How learning to Skateboard & Surf Helped Prepare me for Business During the Pandemic

I grew up doing neither of these things.

My thing growing up was roller skating with my mom.  She knew I could miss 10 days per semester at school, and she had a certain amount of sick days from work--and we would plan out when we could play hooky and skate.  This started in elementary school and went straight through all 4 years of high school.  It was our own private joy and I knew when she handed me a bogus note in the morning that excused me from school for some imaginary doctor's visit, we would be on our wheels for the rest of the day instead.  

I don't know who else felt this way, but I went through this weird time when I felt too old to start something new.  That was most of my 20s.  

If I hadn't already started when I was young, I had no business starting now.  I thought that at 21.  How stupid of me.  By 28 my relationship with the ocean felt unfinished--and I got on a surfboard for the very first time.  At 35 my then 3 year old son showed interest in skateboarding, and I wanted to be the mom for him that mine was for me.  So, I embraced the suck of starting something new--and got up on the board.

This is what I learned:

 

 1. Learning to surf teaches you to manage your expectations.  I lusted over surf videos for a long time before I got brave enough to get out on the board myself.  After my first forehead full of sand at full force, I learned pretty quickly that failure is just a necessary step to success.  Like entrepreneurship most of the time spent surfing is waiting, calculating, and failing.  But holy hell when you get up on that board with your wiggly knees and tired arms, all of the struggle becomes obsolete.  I keep this in mind every time a new business challenge comes along that knocks me off my board--which to be honest, feels daily.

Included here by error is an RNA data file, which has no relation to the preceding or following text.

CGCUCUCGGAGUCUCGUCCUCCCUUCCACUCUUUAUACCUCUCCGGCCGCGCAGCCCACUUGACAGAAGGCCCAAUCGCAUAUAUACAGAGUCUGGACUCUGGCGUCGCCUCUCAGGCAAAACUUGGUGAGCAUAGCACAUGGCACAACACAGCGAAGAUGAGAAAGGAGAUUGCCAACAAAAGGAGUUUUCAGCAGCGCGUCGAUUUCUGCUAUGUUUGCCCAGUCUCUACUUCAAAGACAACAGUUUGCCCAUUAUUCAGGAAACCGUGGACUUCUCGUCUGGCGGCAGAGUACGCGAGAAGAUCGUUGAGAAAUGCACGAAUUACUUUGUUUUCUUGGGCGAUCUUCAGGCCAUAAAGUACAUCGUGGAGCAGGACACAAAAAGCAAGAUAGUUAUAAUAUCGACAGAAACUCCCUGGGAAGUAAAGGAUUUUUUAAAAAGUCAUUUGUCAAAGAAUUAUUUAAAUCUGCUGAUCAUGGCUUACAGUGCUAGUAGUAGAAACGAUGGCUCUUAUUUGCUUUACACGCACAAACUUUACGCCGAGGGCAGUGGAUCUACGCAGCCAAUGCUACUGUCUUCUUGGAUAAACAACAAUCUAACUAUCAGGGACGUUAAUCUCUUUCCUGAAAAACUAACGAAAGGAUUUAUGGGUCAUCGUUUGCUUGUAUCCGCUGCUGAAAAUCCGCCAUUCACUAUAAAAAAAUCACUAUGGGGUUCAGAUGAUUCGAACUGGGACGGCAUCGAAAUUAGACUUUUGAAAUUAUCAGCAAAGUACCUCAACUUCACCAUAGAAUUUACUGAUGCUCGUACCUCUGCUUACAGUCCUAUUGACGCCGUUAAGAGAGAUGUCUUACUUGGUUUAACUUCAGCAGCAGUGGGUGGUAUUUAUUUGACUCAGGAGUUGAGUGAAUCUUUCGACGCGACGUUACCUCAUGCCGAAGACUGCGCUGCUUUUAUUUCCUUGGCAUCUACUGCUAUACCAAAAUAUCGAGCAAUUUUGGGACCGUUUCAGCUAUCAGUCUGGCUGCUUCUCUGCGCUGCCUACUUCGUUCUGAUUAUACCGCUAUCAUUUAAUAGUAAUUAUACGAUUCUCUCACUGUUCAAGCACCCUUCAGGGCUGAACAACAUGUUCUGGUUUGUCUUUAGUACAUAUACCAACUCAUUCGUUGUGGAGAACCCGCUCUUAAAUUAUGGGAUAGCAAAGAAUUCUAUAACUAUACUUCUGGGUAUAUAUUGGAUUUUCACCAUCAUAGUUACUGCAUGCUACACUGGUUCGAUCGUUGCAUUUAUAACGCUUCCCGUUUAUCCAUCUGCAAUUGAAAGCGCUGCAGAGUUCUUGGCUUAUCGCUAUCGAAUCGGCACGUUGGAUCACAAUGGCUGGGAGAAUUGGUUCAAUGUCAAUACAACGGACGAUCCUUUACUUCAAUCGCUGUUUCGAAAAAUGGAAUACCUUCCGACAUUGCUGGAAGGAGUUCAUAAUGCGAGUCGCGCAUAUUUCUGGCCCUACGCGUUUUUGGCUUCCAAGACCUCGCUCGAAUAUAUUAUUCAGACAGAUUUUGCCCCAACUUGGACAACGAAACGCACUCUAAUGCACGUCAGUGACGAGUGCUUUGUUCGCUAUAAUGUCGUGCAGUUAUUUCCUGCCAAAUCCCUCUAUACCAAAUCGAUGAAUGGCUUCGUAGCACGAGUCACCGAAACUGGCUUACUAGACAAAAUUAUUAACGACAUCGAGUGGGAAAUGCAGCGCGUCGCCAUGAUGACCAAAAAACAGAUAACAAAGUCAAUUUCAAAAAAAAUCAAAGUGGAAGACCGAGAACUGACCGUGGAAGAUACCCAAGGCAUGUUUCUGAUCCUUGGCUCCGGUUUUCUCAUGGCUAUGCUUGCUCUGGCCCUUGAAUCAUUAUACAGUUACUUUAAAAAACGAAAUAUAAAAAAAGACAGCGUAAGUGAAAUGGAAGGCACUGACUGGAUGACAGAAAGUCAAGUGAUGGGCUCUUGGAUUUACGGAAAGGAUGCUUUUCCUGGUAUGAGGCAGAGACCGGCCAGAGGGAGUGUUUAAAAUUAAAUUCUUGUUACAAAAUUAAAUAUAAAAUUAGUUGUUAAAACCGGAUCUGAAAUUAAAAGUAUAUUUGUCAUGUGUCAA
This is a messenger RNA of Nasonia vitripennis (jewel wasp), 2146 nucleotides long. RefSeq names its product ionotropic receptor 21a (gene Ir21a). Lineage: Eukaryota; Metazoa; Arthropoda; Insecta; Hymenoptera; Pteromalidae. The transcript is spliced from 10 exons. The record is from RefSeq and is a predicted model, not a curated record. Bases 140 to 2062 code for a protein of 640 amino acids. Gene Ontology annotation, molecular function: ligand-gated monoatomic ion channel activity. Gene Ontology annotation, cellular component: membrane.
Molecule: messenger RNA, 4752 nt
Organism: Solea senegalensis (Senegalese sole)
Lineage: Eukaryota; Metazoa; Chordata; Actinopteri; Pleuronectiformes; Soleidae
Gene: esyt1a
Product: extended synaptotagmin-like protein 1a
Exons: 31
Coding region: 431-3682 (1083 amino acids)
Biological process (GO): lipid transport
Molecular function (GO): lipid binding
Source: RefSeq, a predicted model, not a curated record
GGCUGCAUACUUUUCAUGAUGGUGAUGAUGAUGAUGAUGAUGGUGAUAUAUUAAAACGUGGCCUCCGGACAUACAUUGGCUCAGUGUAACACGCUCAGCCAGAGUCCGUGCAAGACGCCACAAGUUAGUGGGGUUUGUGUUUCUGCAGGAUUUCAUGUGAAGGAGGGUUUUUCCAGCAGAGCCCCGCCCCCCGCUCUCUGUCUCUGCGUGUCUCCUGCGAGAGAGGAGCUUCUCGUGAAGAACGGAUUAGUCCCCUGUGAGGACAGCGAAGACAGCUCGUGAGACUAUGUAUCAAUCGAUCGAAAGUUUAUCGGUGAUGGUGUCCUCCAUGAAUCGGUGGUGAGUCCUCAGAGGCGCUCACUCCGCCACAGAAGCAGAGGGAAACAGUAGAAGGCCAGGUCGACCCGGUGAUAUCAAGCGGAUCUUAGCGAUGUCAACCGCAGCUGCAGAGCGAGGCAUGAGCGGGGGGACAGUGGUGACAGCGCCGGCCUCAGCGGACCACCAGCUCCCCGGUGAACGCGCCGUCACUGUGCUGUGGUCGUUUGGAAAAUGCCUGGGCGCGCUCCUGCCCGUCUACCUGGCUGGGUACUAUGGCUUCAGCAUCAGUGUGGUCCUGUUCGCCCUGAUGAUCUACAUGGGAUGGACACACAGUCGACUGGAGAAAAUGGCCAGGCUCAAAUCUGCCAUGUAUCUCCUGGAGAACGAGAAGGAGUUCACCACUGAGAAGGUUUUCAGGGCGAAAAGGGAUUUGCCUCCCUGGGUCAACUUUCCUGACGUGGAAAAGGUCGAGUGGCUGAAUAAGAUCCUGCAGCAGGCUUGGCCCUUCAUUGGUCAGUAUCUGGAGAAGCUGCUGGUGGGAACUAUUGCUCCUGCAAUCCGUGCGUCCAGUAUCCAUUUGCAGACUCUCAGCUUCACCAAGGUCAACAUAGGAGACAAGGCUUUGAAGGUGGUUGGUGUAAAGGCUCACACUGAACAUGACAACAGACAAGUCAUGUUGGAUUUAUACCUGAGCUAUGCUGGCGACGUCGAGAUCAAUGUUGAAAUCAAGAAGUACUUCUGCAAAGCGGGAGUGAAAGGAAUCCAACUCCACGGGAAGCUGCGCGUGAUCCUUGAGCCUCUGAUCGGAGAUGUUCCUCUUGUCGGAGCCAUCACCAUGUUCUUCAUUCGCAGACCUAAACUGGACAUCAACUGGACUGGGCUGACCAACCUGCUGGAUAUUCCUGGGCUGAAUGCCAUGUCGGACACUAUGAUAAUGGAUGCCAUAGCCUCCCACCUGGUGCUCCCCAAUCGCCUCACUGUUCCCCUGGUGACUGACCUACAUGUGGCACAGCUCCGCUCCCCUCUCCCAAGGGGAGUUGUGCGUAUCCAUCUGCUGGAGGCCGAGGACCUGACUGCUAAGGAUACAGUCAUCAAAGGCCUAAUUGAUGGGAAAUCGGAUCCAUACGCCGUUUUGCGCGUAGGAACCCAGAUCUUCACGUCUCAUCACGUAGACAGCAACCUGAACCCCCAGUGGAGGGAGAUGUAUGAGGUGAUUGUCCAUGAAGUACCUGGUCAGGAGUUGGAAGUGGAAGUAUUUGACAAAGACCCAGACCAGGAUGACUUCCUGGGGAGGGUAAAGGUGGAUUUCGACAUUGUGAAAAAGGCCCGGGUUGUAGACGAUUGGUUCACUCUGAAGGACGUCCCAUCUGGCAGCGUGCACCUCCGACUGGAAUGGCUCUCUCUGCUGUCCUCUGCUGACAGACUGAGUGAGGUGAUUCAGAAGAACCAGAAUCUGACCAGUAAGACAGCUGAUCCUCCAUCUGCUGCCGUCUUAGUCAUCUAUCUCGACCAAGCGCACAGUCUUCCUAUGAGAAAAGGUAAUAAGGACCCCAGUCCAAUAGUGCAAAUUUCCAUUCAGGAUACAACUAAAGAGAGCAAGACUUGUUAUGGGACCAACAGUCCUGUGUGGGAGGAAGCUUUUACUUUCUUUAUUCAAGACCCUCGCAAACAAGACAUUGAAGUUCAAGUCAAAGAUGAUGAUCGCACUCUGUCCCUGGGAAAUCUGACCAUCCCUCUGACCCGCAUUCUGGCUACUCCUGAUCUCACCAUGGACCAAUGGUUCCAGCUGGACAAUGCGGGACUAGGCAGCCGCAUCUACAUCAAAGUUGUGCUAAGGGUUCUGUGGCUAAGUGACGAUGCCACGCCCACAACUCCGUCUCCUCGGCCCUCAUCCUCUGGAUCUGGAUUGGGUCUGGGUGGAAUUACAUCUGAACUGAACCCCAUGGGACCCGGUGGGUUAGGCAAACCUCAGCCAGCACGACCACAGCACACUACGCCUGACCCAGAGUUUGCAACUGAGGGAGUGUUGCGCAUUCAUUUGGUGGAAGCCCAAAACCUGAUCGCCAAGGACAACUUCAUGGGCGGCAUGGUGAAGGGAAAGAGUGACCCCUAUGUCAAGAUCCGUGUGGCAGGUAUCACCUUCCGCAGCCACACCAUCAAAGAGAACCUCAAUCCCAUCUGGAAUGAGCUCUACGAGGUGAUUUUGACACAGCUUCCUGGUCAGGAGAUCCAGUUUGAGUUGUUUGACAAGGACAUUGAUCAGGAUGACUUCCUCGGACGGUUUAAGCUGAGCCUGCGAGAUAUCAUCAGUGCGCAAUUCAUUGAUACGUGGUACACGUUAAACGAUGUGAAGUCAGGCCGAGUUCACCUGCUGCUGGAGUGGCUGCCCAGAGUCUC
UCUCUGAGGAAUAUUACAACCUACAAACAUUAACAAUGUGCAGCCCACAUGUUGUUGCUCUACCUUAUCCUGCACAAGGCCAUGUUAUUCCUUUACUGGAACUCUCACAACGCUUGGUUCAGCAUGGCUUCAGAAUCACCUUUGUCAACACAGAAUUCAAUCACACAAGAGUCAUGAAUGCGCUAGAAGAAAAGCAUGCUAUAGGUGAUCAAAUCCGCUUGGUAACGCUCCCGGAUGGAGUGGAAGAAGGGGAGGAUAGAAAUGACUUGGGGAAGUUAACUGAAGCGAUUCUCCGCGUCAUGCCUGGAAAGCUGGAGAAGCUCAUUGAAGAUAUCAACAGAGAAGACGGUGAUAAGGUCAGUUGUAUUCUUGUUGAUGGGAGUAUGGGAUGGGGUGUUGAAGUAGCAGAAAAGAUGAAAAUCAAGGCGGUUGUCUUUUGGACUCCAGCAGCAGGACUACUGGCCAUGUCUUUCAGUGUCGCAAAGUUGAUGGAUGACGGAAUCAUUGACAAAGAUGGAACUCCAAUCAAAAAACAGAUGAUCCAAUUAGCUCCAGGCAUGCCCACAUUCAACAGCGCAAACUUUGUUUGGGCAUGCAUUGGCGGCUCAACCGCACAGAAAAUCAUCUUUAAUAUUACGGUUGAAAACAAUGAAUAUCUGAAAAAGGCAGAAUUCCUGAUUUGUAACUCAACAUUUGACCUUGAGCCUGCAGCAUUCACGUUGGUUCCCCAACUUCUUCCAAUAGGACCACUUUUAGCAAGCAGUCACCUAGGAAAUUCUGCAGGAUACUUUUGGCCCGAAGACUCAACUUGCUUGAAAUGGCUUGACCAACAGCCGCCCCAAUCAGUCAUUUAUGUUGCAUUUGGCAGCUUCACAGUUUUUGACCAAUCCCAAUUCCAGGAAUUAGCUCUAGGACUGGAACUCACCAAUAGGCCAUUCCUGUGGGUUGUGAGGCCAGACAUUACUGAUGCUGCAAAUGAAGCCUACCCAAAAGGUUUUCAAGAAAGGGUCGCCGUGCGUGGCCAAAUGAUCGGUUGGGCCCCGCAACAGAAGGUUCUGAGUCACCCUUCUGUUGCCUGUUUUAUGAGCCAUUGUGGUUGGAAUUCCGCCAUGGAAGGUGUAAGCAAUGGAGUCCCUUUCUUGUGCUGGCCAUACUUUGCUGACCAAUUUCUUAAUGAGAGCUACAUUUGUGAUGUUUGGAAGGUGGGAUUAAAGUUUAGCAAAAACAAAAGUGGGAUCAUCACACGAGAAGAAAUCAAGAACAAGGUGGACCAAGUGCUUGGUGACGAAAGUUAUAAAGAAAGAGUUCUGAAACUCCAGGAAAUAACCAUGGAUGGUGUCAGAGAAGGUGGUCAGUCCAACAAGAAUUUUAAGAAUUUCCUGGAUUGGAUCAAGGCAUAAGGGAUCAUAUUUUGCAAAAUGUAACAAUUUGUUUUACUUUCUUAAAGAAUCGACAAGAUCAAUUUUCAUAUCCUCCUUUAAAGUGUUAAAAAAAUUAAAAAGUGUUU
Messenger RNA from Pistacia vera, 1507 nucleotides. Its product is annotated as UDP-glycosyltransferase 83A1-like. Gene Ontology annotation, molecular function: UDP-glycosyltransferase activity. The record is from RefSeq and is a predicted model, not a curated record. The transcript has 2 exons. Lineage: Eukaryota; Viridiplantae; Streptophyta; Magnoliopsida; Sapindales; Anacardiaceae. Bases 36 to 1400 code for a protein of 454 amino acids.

2. Learning to skateboard at 35 feels ridiculous.  But you know what is more ridiculous?  Never doing the things that you want because of what others might think. I realize I look like someone trying to be a cool mom on a skateboard.  I don't care, my son deserves to see confidence, not cowering (even if I'm faking it). Starting a business is also humbling and embarrassing.  You don't know whether you are going to be in that stat of businesses that didn't make it.  You just don't know, and now with social media--everyone you ever met & their parents will watch you fail.  But...they might also watch you succeed; that's up to you & your grit. 


3. I learned to manage fear. The ocean can kill you, and we were born without wheels for a very good reason.  Fear can either stop you from starting or it can drive to you some of the biggest rushes ever.  The first time I was able to skateboard for a long, fast stretch and feel my hair blowing from the velocity of the board-- all the false starts became worth it.  Once I learned to manage a surfboard and finally stand up and enjoy the ride, there is no comparison.  Before the Allure article was published, I may or may not have googled "how to fake my own death". Now that we are officially back up and running, and people seem to love our products, the fear is starting to dissolve.  Maybe I'll take a stab at "enjoying" this ride too. :)